"The findings, published March 5 in the journal Nature Reviews Earth & Environment, suggest that the first ice-free day in the Arctic could occur over 10 years earlier than previous projections, which focused on when the region would be ice-free for a month or more."

    " Monthly March ice extent for 1979 to 2024 shows a decline of 2.4 percent per decade."

    " with glacial melting accelerating and an ice-free summer ocean extending every year. A century ago, whalers talked of 鈥榟arvesting鈥 the cetaceans that plied the waters of the High North. As the Arctic becomes easier to gain access to, the talk is increasingly of another harvest 鈥 of the fossil fuels and minerals that lie beneath the land and the seabed."

    "onshore areas in Canada, Russia and Alaska have already been explored for hydrocarbons, resulting in the discovery of more than 400 oil and gas fields north of the Arctic Circle. Some 2.6 million barrels of fossil fuels are pumped out of the Russian and Canadian Arctic each day. Norway, often portrayed as a poster child for forward-thinking green policies, launched a process in January to open up areas on its extended continental shelf to exploration and production of minerals, with plans to issue the first licences as early as 2023"

    " The Arctic Circle encompasses about six per cent of the Earth鈥檚 surface, an area of more than 21 million square kilometres. Around 40 per cent of this area is land (belonging to various countries) and more than a third is made up of the same countries鈥 continental shelves, which sit under less than 500 metres of water. The rest of the region is made up of the international waters that lie beyond the 200-nautical-mile limit of the exclusive economic zones of the eight Arctic nation states: Russia, the USA, Canada, Denmark (through Greenland), Sweden, Finland, Norway and Iceland. More water gets exposed each year. In late 2020, according to NASA and the National Snow and Ice Data Center, sea ice cover shrank to 3.74 million square kilometres 鈥 2.48 million square kilometres below the 1981鈥2010 average and the second-lowest extent since modern record-keeping began during the late 1970s. The startling decrease was linked to a Siberian heatwave in spring 2020 that began the year鈥檚 Arctic sea ice melt season unusually early. Last year, Arctic temperatures were 8鈥10掳C warmer than average."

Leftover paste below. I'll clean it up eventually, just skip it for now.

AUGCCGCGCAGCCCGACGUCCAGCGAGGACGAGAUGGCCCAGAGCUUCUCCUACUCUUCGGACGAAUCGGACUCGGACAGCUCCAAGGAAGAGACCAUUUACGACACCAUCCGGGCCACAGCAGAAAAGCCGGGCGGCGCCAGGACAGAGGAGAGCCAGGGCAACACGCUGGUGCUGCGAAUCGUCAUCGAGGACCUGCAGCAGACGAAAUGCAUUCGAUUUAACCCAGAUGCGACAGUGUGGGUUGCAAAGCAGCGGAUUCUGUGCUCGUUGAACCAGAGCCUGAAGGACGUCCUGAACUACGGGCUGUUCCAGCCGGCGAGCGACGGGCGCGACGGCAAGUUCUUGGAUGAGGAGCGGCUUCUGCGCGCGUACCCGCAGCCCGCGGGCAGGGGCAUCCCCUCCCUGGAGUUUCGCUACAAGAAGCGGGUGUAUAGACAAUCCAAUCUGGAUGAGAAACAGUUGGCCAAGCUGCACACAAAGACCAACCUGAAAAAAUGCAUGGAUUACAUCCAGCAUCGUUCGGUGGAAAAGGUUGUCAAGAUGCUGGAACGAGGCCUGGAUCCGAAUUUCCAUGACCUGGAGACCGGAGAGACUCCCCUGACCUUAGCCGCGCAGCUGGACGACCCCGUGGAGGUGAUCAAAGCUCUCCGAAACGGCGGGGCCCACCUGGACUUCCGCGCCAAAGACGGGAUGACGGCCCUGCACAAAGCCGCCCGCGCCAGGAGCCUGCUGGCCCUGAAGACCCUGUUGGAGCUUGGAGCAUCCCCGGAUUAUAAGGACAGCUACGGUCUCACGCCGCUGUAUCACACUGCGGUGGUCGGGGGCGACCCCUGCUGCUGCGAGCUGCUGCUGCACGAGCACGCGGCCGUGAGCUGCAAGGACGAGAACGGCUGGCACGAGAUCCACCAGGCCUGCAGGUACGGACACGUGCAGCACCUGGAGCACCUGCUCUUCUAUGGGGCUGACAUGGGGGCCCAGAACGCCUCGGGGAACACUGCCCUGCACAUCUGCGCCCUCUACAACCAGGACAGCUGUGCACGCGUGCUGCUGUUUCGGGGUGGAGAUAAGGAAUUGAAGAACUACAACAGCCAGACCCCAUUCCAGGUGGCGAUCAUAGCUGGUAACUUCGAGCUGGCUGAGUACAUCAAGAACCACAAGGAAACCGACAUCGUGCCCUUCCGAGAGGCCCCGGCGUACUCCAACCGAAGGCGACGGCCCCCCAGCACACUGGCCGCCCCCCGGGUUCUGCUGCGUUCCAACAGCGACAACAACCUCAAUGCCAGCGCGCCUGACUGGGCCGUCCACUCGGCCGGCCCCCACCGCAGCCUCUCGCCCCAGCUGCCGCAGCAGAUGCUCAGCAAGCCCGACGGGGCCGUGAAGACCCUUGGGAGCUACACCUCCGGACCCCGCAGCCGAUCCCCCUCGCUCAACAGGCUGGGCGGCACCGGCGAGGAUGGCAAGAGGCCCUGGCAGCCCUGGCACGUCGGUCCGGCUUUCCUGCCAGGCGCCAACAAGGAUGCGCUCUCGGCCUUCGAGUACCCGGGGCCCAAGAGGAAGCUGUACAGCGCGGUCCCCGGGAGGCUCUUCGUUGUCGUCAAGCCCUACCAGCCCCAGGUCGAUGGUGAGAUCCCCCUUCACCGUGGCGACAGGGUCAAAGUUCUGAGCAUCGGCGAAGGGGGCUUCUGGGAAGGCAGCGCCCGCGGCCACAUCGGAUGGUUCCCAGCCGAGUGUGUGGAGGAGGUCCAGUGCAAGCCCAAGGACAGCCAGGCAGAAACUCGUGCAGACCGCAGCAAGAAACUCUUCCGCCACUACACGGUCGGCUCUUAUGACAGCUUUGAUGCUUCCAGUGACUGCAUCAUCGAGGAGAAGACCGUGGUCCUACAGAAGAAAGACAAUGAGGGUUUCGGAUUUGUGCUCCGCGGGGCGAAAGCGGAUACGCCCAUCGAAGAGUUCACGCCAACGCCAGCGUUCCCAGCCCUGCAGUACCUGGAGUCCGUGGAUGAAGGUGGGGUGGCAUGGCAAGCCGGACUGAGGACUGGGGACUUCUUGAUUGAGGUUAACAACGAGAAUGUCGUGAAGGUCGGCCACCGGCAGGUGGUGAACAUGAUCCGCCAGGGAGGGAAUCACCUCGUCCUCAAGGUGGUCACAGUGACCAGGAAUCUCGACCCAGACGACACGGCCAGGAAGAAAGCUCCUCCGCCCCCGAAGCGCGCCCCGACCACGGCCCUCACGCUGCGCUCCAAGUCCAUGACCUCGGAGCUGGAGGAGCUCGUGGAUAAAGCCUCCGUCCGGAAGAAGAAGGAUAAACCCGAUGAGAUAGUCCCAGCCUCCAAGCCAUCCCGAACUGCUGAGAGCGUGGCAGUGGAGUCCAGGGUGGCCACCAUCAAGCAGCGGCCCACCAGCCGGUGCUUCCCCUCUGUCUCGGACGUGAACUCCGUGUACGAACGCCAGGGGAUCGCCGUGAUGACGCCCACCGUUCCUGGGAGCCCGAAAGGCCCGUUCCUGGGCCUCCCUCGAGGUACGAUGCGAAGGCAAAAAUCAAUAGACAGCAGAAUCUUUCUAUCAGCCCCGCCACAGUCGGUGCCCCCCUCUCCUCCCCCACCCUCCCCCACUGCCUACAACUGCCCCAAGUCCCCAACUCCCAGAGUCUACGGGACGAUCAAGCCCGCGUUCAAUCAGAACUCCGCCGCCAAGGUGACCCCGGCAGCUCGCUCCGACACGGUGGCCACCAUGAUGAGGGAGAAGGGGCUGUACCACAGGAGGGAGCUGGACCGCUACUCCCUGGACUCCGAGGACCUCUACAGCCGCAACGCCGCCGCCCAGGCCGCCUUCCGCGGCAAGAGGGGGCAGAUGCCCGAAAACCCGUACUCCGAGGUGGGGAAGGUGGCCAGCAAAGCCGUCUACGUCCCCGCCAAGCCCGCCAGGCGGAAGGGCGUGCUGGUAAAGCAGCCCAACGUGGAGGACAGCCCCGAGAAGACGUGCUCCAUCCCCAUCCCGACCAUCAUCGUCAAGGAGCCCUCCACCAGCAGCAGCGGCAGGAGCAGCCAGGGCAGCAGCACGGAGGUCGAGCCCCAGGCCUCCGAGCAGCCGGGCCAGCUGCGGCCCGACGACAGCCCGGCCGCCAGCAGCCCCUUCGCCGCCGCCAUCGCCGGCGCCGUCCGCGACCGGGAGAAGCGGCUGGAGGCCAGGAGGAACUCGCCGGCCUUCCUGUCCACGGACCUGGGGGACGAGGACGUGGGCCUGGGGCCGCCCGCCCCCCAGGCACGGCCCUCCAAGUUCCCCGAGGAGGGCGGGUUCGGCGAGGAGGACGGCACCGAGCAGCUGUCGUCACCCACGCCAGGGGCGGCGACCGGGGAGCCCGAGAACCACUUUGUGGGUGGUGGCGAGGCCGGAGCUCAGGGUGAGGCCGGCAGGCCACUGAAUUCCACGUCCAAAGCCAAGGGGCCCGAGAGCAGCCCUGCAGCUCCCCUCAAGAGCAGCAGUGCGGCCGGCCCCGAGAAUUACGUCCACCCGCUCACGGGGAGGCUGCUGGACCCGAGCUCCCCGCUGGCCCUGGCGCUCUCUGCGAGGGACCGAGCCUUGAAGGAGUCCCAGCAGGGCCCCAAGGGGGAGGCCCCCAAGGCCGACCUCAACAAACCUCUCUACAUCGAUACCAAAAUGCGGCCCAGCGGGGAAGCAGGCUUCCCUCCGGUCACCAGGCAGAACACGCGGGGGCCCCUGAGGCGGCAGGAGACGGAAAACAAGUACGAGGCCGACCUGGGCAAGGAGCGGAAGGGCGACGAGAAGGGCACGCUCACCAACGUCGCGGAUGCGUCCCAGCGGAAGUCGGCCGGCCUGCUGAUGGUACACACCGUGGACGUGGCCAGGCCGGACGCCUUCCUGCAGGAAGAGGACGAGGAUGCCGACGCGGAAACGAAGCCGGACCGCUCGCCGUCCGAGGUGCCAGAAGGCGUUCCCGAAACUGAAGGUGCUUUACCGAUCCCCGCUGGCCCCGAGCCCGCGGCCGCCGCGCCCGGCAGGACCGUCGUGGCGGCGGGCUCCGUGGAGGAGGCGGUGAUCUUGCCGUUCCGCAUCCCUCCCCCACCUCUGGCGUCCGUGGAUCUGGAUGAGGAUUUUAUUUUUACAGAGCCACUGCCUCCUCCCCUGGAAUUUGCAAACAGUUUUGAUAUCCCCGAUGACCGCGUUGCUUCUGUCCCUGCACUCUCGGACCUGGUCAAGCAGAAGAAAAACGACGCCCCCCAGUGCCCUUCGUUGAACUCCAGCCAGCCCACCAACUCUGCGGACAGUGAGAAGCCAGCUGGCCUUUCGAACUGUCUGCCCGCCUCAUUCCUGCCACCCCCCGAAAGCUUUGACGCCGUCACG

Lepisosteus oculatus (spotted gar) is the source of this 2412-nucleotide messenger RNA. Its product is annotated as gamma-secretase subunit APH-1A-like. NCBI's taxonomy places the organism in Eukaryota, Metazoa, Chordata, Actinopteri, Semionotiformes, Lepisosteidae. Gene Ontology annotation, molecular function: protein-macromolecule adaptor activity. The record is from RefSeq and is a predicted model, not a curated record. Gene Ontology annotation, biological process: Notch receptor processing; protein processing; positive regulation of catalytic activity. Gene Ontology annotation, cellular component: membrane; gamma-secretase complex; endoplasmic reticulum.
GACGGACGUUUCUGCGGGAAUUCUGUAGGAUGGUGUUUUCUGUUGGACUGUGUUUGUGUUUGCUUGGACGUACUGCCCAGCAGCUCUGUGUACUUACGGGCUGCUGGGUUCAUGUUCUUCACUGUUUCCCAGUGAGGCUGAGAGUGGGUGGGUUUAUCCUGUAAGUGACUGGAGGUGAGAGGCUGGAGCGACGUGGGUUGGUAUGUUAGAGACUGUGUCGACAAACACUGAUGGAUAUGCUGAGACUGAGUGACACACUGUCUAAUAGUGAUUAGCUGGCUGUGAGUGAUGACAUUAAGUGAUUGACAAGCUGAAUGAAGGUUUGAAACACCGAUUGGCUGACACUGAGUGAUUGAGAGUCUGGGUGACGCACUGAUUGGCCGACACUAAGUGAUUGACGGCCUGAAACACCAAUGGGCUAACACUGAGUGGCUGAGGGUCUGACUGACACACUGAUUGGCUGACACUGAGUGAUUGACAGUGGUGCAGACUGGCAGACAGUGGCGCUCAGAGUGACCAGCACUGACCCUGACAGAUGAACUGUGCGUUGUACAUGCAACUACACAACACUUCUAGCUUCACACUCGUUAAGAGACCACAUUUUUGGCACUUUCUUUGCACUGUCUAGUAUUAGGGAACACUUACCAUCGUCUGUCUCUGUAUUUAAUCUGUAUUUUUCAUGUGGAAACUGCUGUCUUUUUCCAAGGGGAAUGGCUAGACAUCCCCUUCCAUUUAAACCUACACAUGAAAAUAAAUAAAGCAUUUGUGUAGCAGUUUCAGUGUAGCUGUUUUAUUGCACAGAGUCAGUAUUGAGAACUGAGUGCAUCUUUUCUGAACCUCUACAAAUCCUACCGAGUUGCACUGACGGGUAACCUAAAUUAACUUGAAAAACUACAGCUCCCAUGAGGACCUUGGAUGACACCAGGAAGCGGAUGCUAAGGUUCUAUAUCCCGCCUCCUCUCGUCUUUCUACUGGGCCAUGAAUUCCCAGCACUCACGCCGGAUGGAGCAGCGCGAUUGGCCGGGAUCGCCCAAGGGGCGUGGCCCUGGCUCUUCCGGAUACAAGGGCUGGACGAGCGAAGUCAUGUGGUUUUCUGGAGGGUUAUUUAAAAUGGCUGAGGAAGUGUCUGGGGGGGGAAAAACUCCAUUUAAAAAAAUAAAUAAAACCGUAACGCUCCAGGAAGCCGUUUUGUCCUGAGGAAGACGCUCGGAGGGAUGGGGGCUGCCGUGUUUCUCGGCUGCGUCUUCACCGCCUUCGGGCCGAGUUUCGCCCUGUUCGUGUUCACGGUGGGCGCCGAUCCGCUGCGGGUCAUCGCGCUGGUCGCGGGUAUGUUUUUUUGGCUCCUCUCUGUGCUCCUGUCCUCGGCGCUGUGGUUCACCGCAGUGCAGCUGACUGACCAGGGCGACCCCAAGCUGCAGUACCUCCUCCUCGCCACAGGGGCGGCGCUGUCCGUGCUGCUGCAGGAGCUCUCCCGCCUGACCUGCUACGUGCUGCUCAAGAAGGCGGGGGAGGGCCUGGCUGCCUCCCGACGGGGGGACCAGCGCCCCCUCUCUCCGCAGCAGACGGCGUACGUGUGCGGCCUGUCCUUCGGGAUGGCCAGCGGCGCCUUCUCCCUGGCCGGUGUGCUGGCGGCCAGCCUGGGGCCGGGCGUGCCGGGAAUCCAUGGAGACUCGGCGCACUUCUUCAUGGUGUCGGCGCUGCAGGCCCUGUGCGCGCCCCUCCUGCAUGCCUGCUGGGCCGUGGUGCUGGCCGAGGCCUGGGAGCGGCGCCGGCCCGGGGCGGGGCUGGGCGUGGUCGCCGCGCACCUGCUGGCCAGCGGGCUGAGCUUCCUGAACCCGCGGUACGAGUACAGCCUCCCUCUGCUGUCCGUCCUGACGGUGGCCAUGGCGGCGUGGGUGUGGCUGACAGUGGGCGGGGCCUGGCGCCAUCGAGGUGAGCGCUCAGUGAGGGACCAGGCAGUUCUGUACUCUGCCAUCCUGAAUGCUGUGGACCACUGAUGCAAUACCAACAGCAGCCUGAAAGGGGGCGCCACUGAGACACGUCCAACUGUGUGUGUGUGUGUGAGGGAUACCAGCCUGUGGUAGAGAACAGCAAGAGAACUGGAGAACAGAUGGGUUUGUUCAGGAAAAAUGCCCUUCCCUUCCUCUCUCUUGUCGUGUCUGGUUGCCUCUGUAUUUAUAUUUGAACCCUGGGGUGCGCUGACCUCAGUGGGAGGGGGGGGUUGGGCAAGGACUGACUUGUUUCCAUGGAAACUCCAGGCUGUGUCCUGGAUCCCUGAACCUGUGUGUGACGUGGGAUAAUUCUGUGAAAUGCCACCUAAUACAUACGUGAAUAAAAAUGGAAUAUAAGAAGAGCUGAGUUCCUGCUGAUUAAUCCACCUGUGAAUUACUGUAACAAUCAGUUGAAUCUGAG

" The main Arctic regions linked to oil and gas exploitation are the Beaufort Sea (North Slope, Alaska, and Mackenzie Delta, Canada) and the northwest Russian Arctic (Barents Sea and West Siberia). Oil and gas are also found in the Canadian Arctic Archipelago (Nunavut). According to the US Geological Survey (USGS), up to 90 billion barrels of oil, 1,669 trillion cubic feet of natural gas, and 44 billion barrels of liquid natural gas may remain in the Arctic, around 84 per cent of it in offshore areas. This translates to roughly 22 per cent of the undiscovered, technically recoverable fossil fuel resources in the world. The USGS says that the 鈥榚xtensive Arctic continental shelves may constitute the鈥 geographically largest unexplored prospective area for petroleum remaining on Earth鈥."

    " the main drivers of the Arctic resource rush are minerals, in particular rare earth metals such as neodymium, praseodymium, terbium and dysprosium. These minerals are key to the world鈥檚 electric-vehicle and renewable-energy revolutions, underpinning battery technology and wind turbines among other things. However, it鈥檚 worth noting that lead, iron, nickel, zinc, gold, silver, coal, mica, precious stones and construction minerals such as sand, gravel and crushed rock are also believed to be present"